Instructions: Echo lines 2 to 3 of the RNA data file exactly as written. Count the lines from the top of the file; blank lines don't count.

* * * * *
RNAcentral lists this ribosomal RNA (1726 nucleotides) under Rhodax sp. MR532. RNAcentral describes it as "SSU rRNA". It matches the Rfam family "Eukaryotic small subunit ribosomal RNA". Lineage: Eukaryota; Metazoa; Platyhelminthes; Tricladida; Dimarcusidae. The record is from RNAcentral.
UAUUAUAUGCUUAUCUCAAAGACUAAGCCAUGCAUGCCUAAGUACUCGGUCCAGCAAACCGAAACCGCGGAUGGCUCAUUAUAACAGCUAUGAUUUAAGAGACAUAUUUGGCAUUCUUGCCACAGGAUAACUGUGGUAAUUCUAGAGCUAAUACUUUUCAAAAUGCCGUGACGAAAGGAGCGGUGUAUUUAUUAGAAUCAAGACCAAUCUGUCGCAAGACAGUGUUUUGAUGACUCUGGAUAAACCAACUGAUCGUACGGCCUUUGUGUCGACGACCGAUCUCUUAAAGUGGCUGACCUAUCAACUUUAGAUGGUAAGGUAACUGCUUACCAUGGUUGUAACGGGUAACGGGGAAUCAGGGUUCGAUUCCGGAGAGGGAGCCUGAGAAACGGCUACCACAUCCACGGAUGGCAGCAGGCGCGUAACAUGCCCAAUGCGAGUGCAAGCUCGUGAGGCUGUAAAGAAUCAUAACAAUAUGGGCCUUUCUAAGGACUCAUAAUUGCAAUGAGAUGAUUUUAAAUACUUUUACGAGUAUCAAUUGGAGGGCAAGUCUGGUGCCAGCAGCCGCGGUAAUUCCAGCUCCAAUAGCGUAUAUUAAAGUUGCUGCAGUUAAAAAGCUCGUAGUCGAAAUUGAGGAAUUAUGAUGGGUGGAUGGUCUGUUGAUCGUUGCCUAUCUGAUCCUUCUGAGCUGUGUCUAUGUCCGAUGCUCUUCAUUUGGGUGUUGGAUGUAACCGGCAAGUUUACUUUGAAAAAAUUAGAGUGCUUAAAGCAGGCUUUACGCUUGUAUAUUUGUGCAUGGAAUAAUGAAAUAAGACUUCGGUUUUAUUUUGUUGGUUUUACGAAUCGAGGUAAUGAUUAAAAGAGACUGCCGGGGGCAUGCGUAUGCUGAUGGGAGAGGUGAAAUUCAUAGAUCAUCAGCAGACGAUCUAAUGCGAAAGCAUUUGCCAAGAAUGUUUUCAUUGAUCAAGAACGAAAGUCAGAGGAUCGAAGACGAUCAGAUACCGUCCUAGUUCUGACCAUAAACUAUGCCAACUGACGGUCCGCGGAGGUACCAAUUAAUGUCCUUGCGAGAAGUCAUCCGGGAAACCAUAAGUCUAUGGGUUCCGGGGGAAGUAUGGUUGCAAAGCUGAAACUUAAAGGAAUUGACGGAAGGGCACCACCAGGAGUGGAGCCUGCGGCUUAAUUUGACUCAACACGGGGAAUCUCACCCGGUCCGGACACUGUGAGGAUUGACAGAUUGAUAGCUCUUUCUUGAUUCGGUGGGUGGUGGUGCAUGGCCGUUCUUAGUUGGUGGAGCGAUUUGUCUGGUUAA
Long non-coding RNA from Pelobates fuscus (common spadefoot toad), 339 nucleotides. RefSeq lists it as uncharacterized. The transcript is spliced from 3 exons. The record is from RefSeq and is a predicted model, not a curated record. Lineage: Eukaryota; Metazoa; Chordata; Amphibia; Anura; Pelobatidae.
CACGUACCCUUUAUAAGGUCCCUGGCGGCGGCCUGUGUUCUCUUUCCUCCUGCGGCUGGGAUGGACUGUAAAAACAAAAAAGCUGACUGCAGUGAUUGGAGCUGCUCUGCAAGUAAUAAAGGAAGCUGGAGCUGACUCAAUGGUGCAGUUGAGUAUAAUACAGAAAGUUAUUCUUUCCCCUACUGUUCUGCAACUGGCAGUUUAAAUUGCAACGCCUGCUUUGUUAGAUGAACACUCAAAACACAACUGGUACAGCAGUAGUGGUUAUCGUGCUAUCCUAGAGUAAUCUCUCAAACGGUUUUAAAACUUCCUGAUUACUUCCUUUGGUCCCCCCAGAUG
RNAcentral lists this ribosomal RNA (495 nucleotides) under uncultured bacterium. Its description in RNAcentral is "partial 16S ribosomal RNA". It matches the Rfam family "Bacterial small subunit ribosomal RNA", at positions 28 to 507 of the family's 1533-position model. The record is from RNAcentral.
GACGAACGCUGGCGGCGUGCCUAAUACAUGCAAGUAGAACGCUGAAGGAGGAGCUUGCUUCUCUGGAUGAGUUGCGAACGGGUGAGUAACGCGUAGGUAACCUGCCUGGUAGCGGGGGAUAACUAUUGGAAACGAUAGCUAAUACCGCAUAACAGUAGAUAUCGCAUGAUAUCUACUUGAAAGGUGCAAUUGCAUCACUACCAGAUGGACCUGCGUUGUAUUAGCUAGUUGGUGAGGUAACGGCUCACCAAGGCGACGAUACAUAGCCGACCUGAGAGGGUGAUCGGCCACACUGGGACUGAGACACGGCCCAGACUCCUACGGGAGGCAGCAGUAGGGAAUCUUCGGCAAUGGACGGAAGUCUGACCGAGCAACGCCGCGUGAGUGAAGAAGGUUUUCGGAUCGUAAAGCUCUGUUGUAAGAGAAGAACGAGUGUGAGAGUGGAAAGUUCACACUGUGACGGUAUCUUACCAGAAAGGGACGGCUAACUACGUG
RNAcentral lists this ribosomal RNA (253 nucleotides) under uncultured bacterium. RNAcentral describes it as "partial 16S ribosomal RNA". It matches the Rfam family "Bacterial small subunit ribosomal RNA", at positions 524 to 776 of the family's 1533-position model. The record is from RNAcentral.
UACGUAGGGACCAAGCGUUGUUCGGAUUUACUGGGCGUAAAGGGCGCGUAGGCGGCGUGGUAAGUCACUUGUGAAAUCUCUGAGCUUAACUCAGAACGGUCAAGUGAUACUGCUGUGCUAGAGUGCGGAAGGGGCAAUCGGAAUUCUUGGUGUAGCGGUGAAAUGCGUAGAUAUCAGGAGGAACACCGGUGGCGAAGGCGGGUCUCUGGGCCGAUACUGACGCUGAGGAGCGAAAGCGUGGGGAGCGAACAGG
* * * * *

UAUUAUAUGCUUAUCUCAAAGACUAAGCCAUGCAUGCCUAAGUACUCGGUCCAGCAAACCGAAACCGCGGAUGGCUCAUUAUAACAGCUAUGAUUUAAGAGACAUAUUUGGCAUUCUUGCCACAGGAUAACUGUGGUAAUUCUAGAGCUAAUACUUUUCAAAAUGCCGUGACGAAAGGAGCGGUGUAUUUAUUAGAAUCAAGACCAAUCUGUCGCAAGACAGUGUUUUGAUGACUCUGGAUAAACCAACUGAUCGUACGGCCUUUGUGUCGACGACCGAUCUCUUAAAGUGGCUGACCUAUCAACUUUAGAUGGUAAGGUAACUGCUUACCAUGGUUGUAACGGGUAACGGGGAAUCAGGGUUCGAUUCCGGAGAGGGAGCCUGAGAAACGGCUACCACAUCCACGGAUGGCAGCAGGCGCGUAACAUGCCCAAUGCGAGUGCAAGCUCGUGAGGCUGUAAAGAAUCAUAACAAUAUGGGCCUUUCUAAGGACUCAUAAUUGCAAUGAGAUGAUUUUAAAUACUUUUACGAGUAUCAAUUGGAGGGCAAGUCUGGUGCCAGCAGCCGCGGUAAUUCCAGCUCCAAUAGCGUAUAUUAAAGUUGCUGCAGUUAAAAAGCUCGUAGUCGAAAUUGAGGAAUUAUGAUGGGUGGAUGGUCUGUUGAUCGUUGCCUAUCUGAUCCUUCUGAGCUGUGUCUAUGUCCGAUGCUCUUCAUUUGGGUGUUGGAUGUAACCGGCAAGUUUACUUUGAAAAAAUUAGAGUGCUUAAAGCAGGCUUUACGCUUGUAUAUUUGUGCAUGGAAUAAUGAAAUAAGACUUCGGUUUUAUUUUGUUGGUUUUACGAAUCGAGGUAAUGAUUAAAAGAGACUGCCGGGGGCAUGCGUAUGCUGAUGGGAGAGGUGAAAUUCAUAGAUCAUCAGCAGACGAUCUAAUGCGAAAGCAUUUGCCAAGAAUGUUUUCAUUGAUCAAGAACGAAAGUCAGAGGAUCGAAGACGAUCAGAUACCGUCCUAGUUCUGACCAUAAACUAUGCCAACUGACGGUCCGCGGAGGUACCAAUUAAUGUCCUUGCGAGAAGUCAUCCGGGAAACCAUAAGUCUAUGGGUUCCGGGGGAAGUAUGGUUGCAAAGCUGAAACUUAAAGGAAUUGACGGAAGGGCACCACCAGGAGUGGAGCCUGCGGCUUAAUUUGACUCAACACGGGGAAUCUCACCCGGUCCGGACACUGUGAGGAUUGACAGAUUGAUAGCUCUUUCUUGAUUCGGUGGGUGGUGGUGCAUGGCCGUUCUUAGUUGGUGGAGCGAUUUGUCUGGUUAA
Long non-coding RNA from Pelobates fuscus (common spadefoot toad), 339 nucleotides. RefSeq lists it as uncharacterized. The transcript is spliced from 3 exons. The record is from RefSeq and is a predicted model, not a curated record. Lineage: Eukaryota; Metazoa; Chordata; Amphibia; Anura; Pelobatidae.